Have you ever had a gut instinct? That’s your vagus nerve speaking to your brain or, in other words, you are feeling its influence in your enteric nervous system or your gut-brain axis. It is estimated that 80 to 90% of the nerve fibres in the vagus nerve are dedicated to transmitting the state of your viscera up to your brain.
Diaphragmatic breathing (and particularly deep diaphragmatic breathing, with a long, slow exhale) is one way of stimulating the vagus nerve and therefore of reducing sympathetic activity. This stimulation then triggers the release of acetylcholine, GABA (gamma-Aminobutyric acid) and dopamine, important neurotransmitters involved in reducing the heart rate, taming the inflammation reflex and setting off a state of inner-calm, including emotional regulation, psychological adaptation, emotional reactivity and expression, empathic responses, and attachment.
Diaphragmatic Breathing and Mindfulness Meditation: Better Intention
The term intention has many meanings in a meditation context. Diaphragmatic breathing can support intention in at least two meanings: as a pre-meditation ritual, to support motivation; and as a pre-meditation exercise, to aid stable attention.
Intention as motivation: Diaphragmatic Breathing as a pre-meditation ritual
Rituals are symbolic behaviours we perform before, during, and after meaningful events. They allow you to quickly and more easily engage in a specific mindset (think classical conditioning and the Pavlov effect) and perform an activity, such as meditation.
Rituals bring your awareness and attention to the present moment, which is what mindfulness is all about, and also helps creates meaning, by acting as reminders of what we actually care about.
Just like you would not run a marathon without preparing yourself, stretching, hydrating, you probably shouldn’t jump into longer meditation sessions without any sort of preparation.
Regularly practising breathing exercises before sitting for a meditation session may allow for deeper, more focused and intense practices than when such techniques are not performed.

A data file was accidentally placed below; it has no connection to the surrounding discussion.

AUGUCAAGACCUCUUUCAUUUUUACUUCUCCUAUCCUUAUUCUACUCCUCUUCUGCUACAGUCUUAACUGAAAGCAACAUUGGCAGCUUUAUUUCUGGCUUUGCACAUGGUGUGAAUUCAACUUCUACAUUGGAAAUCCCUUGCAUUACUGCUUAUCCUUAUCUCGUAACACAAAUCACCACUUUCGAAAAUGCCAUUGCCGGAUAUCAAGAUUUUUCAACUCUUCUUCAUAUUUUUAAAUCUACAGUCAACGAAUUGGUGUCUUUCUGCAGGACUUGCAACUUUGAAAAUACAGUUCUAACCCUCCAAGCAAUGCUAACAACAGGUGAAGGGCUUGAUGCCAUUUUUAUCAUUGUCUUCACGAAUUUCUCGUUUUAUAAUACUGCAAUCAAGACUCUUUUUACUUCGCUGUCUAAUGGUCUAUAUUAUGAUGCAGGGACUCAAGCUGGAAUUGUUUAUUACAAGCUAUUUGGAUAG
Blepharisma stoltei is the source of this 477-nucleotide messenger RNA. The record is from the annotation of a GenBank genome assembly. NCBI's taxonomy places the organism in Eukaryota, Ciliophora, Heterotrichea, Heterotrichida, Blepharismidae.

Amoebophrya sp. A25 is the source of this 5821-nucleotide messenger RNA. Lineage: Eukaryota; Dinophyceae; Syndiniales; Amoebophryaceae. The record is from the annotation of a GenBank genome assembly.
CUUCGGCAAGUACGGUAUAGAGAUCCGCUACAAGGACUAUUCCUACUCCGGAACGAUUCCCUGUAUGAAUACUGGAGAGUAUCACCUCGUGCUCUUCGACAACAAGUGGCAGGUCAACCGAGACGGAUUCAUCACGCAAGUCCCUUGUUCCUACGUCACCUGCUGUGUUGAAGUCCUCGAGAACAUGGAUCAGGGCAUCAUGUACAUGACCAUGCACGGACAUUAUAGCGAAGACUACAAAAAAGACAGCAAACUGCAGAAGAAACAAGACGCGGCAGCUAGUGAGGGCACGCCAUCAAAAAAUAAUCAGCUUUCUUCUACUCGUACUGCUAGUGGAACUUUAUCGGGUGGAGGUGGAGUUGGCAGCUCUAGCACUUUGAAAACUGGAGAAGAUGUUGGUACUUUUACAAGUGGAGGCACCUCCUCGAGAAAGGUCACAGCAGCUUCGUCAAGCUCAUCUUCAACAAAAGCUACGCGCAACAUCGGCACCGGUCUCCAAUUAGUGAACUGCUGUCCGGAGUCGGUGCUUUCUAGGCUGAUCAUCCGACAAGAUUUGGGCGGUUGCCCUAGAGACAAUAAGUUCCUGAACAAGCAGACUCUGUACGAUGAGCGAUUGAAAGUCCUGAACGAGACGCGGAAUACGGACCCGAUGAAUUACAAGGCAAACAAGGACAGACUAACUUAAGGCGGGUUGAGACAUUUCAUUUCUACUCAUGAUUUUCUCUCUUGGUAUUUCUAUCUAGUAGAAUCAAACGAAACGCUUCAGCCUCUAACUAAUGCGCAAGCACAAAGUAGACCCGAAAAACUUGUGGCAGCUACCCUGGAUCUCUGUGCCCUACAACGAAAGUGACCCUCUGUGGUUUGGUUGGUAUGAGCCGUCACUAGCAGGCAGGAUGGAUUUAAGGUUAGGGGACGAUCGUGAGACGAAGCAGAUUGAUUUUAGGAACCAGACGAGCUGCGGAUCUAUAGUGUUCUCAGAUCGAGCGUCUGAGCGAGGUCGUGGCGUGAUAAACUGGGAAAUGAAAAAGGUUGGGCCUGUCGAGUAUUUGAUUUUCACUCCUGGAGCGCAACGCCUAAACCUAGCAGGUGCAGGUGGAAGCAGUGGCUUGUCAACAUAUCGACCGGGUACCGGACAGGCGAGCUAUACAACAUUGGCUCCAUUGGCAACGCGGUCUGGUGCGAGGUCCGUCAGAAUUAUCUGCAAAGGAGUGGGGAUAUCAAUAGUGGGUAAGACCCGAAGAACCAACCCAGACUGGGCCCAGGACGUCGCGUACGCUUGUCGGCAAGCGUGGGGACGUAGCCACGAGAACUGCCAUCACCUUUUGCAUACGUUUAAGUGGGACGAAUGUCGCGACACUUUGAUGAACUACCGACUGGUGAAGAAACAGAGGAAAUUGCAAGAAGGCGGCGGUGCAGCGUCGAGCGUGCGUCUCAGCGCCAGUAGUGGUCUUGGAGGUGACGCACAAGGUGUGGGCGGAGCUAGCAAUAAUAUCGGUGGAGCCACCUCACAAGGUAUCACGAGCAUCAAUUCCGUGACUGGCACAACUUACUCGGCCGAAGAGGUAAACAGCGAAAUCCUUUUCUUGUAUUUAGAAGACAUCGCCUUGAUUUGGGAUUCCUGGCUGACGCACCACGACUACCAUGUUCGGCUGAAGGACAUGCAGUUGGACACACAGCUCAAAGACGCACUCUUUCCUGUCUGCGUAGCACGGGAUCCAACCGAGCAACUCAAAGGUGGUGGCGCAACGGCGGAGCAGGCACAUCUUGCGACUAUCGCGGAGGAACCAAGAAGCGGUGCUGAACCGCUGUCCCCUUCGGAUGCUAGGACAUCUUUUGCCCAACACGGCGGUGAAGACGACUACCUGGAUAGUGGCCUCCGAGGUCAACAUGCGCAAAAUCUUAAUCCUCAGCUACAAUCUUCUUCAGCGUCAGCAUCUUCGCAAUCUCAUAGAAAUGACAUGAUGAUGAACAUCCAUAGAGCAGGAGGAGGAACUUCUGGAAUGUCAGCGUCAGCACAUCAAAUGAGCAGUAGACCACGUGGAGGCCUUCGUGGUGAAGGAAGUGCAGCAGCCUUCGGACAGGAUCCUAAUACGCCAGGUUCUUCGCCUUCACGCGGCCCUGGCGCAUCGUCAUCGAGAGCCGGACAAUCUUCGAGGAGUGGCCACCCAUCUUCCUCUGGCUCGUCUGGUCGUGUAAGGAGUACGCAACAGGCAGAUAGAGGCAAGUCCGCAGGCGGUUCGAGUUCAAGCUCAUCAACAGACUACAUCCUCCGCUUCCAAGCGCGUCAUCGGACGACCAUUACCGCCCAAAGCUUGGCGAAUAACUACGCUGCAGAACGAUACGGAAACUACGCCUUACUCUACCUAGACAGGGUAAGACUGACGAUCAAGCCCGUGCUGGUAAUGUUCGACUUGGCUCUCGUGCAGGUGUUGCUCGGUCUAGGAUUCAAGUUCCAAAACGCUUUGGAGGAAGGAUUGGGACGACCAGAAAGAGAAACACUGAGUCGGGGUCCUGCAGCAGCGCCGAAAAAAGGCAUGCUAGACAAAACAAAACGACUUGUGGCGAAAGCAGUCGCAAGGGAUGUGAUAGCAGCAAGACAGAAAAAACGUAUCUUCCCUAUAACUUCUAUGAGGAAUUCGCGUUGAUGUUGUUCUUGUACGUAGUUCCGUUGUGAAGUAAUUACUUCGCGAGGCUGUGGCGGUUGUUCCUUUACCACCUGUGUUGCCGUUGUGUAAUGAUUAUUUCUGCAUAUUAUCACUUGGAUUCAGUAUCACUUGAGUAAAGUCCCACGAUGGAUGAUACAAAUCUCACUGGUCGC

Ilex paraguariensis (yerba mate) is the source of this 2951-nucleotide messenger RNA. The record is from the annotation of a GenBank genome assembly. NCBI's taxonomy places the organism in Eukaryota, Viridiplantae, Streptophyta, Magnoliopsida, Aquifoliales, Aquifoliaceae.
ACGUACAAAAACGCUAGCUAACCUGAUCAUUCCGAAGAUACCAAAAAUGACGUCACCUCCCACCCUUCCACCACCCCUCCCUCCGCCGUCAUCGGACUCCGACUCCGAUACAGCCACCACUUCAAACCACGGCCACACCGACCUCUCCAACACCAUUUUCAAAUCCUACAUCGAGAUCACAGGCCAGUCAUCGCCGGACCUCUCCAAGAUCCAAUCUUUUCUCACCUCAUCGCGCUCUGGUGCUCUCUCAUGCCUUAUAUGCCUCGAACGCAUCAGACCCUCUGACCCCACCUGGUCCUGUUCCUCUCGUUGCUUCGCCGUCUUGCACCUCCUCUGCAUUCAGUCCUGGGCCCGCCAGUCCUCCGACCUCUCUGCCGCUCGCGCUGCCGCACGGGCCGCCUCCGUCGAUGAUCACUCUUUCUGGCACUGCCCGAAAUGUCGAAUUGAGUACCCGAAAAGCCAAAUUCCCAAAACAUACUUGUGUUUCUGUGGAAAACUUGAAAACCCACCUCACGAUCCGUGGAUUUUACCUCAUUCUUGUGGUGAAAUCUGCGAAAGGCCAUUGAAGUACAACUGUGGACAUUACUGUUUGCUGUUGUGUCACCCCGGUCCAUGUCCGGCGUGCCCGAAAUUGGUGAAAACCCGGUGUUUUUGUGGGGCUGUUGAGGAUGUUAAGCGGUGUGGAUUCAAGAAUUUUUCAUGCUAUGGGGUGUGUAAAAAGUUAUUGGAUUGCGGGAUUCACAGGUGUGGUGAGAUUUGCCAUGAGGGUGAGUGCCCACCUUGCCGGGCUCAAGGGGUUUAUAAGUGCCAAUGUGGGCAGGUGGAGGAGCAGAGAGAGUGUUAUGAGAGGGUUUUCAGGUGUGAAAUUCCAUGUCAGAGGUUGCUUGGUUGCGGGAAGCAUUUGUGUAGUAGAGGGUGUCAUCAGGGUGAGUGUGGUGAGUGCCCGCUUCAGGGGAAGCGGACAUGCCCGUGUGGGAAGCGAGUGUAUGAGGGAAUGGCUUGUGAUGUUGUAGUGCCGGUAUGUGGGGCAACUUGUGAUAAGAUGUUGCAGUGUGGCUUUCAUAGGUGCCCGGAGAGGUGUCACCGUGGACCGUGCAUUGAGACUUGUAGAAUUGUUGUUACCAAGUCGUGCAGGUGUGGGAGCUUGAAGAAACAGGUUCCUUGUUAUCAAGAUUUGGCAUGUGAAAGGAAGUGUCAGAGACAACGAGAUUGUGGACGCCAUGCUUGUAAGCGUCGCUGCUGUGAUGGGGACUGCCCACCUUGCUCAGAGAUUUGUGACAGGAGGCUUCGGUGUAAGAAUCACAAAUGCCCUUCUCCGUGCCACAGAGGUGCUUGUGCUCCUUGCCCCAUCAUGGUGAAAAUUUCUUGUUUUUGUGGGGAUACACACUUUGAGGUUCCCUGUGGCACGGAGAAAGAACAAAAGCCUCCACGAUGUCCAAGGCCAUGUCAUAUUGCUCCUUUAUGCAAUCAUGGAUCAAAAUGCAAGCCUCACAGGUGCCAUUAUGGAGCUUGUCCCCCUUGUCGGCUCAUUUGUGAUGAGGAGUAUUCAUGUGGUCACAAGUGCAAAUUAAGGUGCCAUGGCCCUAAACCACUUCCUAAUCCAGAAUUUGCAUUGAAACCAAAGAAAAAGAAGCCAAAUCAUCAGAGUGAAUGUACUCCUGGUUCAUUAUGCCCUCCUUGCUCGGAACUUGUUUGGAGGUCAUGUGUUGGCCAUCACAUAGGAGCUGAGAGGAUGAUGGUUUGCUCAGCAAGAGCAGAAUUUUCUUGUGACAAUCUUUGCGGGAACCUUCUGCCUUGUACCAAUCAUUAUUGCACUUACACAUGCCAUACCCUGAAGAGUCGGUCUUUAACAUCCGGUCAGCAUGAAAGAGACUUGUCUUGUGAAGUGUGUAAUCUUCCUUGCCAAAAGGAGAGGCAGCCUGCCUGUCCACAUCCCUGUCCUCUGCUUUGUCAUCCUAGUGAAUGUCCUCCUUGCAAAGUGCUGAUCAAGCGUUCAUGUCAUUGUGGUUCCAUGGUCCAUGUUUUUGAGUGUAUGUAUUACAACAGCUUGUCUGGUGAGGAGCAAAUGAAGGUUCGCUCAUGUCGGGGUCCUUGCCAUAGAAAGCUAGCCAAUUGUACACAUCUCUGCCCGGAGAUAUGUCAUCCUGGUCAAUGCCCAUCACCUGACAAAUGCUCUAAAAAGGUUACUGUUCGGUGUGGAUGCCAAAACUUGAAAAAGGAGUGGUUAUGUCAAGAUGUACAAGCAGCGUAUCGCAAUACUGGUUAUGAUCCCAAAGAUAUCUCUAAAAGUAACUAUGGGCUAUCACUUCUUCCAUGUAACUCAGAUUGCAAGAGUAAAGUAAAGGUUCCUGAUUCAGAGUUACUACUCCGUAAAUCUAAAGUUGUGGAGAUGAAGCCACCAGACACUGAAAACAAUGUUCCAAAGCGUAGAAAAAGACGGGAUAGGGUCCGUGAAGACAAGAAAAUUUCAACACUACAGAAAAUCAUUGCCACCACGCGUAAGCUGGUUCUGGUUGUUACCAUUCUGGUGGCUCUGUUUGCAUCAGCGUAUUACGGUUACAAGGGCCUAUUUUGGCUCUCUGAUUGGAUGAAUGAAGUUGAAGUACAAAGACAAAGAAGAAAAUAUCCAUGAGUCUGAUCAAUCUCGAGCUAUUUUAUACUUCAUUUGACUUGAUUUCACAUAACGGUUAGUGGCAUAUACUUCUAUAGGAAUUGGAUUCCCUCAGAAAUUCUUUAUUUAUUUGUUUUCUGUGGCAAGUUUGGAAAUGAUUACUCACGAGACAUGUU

This happens not only because of some of the direct effects of the breathing techniques (such as relaxing and re-energising the body, as well as clearing the mind) but also by creating an anchor to the feelings of the meditation practice. By following a prescribed pattern of behaviour (for instance, a deep diaphragmatic breathing technique as a pre-meditation ritual), one can activate the corresponding neural pathways in order to more easily experience certain mental states associated with meditation.
Intention as stable attention: Diaphragmatic Breathing as a pre-meditation exercise to increase focus and mental clarity
Dr John Yates defines and explains stable attention as follows:
“Stable attention is the ability to intentionally direct and sustain the focus of attention, as well as to control the scope of attention. Intentionally directing and sustaining attention simply means that we learn to choose which object we’re going to attend to, and keep our attention continuously fixed on it. Controlling the scope of attention means training the mind to adjust how wide or narrow our focus is, and being more selective and intentional about what is included and excluded.”